Red Foot Vivarium

Gerrd21

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Hi! I'm going to get a red foot tortoise, and i really like the idea to create a vivarium for it, I've been researching and came across with the basic of frogs vivariums, so I was wondering if that could apply for this kind of tortoise in particular, here is an image for example:
exo-terra-bio-drain-visual.jpg
 

Alex Z

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A warm welcome! Sadly no. A redfoot needs constant humidity of 75-85 range. Temps 80-88. Torts do not know the concept of glass. On top of which that is way to small.
 

Gerrd21

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I need to clarify that I meant to discuss more about the substract than the size, so I could grow planta there and mantain the right humidity, specially for a hatchling.
 

Alex Z

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That is not appropriate. The substrate needed is top soil or coco coir. You need atleast a 3x2 enclosure.
 

dwright27

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Hi there,
Some readers/responders might be misunderstanding what you're going for. My tortoise lives in a viv, otherwise known as "bioactive substrate". The pictures you shared show a sloping down into a water feature, which wouldn't really work, but everything else is pretty much the same.

My tort's drainage layer is currently lava rocks in her old enclosure, but with the new one I've used the clay pebbles like in those pictures. On top of that I put the weed mat, then a mix of organic topsoil and coconut coir. A layer of sphagnum moss on top of that is a good idea too as it keeps the moisture in the dirt longer, while keeping the tortoise dry. The idea is to keep it humid but not wet, because sitting in wet can cause shell rot.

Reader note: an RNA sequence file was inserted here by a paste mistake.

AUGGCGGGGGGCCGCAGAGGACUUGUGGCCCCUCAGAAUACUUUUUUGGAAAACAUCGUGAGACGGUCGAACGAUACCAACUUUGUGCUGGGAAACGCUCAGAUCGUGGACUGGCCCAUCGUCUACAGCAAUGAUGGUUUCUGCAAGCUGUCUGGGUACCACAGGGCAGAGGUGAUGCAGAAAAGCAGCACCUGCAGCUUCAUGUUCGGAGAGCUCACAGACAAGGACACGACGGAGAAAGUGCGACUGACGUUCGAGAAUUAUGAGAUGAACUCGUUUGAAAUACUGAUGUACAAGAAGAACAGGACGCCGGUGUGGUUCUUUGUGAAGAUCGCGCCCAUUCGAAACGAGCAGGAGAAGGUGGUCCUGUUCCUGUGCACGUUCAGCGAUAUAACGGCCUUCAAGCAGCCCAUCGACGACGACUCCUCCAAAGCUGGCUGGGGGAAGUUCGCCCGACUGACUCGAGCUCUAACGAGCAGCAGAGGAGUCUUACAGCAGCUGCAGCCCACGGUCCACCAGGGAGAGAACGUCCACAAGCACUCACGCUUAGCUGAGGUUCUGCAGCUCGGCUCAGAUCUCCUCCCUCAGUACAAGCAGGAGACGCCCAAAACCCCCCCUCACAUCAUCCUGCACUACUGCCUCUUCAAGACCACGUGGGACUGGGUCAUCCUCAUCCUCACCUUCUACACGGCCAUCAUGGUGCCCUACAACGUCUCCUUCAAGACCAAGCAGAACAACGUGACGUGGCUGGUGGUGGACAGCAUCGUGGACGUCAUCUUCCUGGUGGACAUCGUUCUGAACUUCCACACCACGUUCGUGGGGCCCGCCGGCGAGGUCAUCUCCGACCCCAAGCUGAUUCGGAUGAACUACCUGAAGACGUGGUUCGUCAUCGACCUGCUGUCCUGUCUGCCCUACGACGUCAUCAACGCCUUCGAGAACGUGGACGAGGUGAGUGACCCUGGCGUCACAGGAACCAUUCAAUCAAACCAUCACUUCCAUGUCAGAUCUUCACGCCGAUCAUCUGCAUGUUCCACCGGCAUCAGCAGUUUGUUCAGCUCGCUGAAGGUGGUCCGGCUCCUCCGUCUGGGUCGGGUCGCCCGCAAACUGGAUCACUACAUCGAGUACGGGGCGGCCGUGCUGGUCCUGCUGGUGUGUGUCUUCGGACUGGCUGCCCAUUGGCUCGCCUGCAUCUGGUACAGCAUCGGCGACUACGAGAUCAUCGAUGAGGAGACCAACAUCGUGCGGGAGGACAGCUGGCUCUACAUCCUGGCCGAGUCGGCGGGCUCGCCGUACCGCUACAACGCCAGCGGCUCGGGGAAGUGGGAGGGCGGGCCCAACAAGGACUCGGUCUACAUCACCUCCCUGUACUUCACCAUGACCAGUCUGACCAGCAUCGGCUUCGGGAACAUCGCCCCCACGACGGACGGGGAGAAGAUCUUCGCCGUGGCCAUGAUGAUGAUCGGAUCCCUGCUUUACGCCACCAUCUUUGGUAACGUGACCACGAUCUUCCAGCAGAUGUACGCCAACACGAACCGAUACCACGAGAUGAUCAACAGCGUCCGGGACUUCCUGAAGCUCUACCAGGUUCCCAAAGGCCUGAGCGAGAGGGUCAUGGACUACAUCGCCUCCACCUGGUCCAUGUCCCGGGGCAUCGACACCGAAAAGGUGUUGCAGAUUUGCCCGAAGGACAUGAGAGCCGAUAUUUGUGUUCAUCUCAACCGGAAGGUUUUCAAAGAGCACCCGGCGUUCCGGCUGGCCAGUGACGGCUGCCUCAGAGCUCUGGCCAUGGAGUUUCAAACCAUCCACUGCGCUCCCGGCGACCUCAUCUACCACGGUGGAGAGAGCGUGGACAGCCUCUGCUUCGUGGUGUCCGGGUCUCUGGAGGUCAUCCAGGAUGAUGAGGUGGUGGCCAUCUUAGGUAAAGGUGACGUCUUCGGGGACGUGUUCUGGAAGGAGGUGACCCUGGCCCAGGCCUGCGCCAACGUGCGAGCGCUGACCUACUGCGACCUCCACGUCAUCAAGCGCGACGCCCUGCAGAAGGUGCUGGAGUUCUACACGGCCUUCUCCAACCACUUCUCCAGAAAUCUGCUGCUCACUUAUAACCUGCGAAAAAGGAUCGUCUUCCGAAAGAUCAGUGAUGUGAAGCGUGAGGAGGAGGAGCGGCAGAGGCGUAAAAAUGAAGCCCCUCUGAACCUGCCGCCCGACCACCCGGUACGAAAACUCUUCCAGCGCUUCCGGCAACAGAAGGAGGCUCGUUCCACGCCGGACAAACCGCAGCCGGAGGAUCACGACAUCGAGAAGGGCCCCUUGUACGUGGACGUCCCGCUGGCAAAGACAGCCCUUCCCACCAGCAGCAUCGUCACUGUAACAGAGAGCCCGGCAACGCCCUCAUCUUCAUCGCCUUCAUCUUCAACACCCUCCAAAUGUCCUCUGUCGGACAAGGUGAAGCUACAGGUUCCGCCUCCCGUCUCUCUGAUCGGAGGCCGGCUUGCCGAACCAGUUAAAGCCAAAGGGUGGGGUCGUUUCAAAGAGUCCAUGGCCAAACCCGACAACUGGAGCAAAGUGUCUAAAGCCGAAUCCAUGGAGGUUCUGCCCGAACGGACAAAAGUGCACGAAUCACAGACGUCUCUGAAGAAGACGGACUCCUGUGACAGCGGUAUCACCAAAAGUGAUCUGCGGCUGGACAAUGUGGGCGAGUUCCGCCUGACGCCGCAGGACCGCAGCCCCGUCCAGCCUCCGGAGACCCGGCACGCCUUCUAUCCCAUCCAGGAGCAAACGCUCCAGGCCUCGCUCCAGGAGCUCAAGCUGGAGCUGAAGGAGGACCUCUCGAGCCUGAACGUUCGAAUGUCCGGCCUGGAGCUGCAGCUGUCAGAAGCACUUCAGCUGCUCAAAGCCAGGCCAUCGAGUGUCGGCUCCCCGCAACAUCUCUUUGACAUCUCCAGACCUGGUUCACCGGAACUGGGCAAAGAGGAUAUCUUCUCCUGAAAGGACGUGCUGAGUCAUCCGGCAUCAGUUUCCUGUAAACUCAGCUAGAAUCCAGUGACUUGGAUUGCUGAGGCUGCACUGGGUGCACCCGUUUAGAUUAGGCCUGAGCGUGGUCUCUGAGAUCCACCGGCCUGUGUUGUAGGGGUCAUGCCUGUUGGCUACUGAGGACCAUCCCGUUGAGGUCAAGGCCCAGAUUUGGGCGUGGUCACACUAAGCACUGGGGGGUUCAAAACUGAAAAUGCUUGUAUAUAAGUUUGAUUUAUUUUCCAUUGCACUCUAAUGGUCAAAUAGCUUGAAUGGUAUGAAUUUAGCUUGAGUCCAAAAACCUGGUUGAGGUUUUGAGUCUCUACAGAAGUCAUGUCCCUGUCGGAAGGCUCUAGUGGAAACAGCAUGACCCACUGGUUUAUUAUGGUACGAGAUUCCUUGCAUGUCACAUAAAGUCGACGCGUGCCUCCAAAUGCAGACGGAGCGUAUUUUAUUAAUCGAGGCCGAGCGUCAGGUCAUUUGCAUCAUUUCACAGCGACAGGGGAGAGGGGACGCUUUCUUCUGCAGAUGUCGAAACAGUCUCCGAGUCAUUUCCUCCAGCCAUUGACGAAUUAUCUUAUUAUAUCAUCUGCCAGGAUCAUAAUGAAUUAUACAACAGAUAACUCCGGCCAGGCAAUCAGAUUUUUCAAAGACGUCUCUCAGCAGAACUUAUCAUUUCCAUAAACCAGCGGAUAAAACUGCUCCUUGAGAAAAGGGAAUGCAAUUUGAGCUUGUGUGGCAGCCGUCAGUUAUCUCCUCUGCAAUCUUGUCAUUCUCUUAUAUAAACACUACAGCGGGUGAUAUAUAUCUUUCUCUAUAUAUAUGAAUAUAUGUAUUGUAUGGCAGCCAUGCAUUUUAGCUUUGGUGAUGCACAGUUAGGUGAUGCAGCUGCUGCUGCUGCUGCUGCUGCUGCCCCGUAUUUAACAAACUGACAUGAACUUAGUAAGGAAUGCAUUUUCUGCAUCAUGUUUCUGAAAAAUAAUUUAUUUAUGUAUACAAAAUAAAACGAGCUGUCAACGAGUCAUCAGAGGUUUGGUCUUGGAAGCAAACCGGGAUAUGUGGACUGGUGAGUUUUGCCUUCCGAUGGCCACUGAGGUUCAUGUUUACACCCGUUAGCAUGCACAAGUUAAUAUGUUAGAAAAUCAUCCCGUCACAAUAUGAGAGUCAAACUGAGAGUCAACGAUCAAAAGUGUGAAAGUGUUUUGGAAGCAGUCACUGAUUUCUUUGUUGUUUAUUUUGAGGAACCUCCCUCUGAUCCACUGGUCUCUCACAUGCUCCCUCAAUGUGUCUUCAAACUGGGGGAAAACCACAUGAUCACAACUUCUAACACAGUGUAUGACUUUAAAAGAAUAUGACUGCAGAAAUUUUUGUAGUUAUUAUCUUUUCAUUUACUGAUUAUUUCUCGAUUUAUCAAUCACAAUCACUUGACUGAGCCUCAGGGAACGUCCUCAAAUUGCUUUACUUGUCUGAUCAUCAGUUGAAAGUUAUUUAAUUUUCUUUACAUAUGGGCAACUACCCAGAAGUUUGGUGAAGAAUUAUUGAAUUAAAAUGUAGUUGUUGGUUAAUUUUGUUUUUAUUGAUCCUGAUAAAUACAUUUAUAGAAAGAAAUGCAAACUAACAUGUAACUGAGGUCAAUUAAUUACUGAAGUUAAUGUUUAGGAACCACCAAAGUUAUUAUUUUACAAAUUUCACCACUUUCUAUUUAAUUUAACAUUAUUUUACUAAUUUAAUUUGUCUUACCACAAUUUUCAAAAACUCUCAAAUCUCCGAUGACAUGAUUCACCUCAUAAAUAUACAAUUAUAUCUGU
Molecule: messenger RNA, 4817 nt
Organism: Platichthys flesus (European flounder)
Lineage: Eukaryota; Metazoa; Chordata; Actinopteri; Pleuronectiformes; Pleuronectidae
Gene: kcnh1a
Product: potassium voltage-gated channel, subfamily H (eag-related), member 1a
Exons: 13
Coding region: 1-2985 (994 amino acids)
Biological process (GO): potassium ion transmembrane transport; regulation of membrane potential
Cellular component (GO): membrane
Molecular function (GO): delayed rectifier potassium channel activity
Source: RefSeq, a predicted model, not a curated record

The drainage layer can be anywhere from 1.5" to 3.5" deep. I opted for shallower because I wanted there to be more room for the dirt (5 to 6 inches if possible). But it also depends on how big the enclosure is and how much water you pour in.

Now for the bioactive part! I have earthworms and isopods (we call them pill bugs here but others call them rollypolies or wood lice). I will be getting some springtails again soon too, I hope. But even just the bugs I do have are excellent. I bought the worms at PetSmart but only because I wanted a bunch of them at once and I don't have a bait shop near me. The isopods I gathered outside. I started with 15 to 20 of them and they multiplied pretty quickly. Since it's a redfoot tortoise too, it gives her something to hunt for. Isopods are incredibly stupid though and will drown themselves in the water dish.. So just be aware of that, but they should multiply enough that the odd drowning shouldn't affect the population very much. [emoji6]

The beauty of this setup is that you rarely, if ever, need to do a thorough cleaning. The bugs take care of leftover food scraps and poops, leaving lovely compost behind. The enclosure never smells bad but maintains that wonderful earthy smell. It's a good idea to break up and mix the soil around every so often, because the tort will pack it down. And for the first few months, while things get going, you might have to remove some poop and leftover food (if there is any) until the critters can keep up.

I hope this helps!
 

dwright27

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Granted this is the new enclosure and is a work in progress. She's still in her old one until the grass starts to grow and I fix the heat.. The humidity in there is perfect but the temperature is too low. I'll be adding a CHE soon. 20180214 165113 20180214 180933 20180219 171537 20180219 171627 20180219 171632
 

Gerrd21

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Did you make holes in the weed mat? Or how I can select a good weed mat for drainage?
 

dwright27

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Did you make holes in the weed mat? Or how I can select a good weed mat for drainage?
If you blow up the picture you can see it's perforated already. Most will allow water through but not much else.
 

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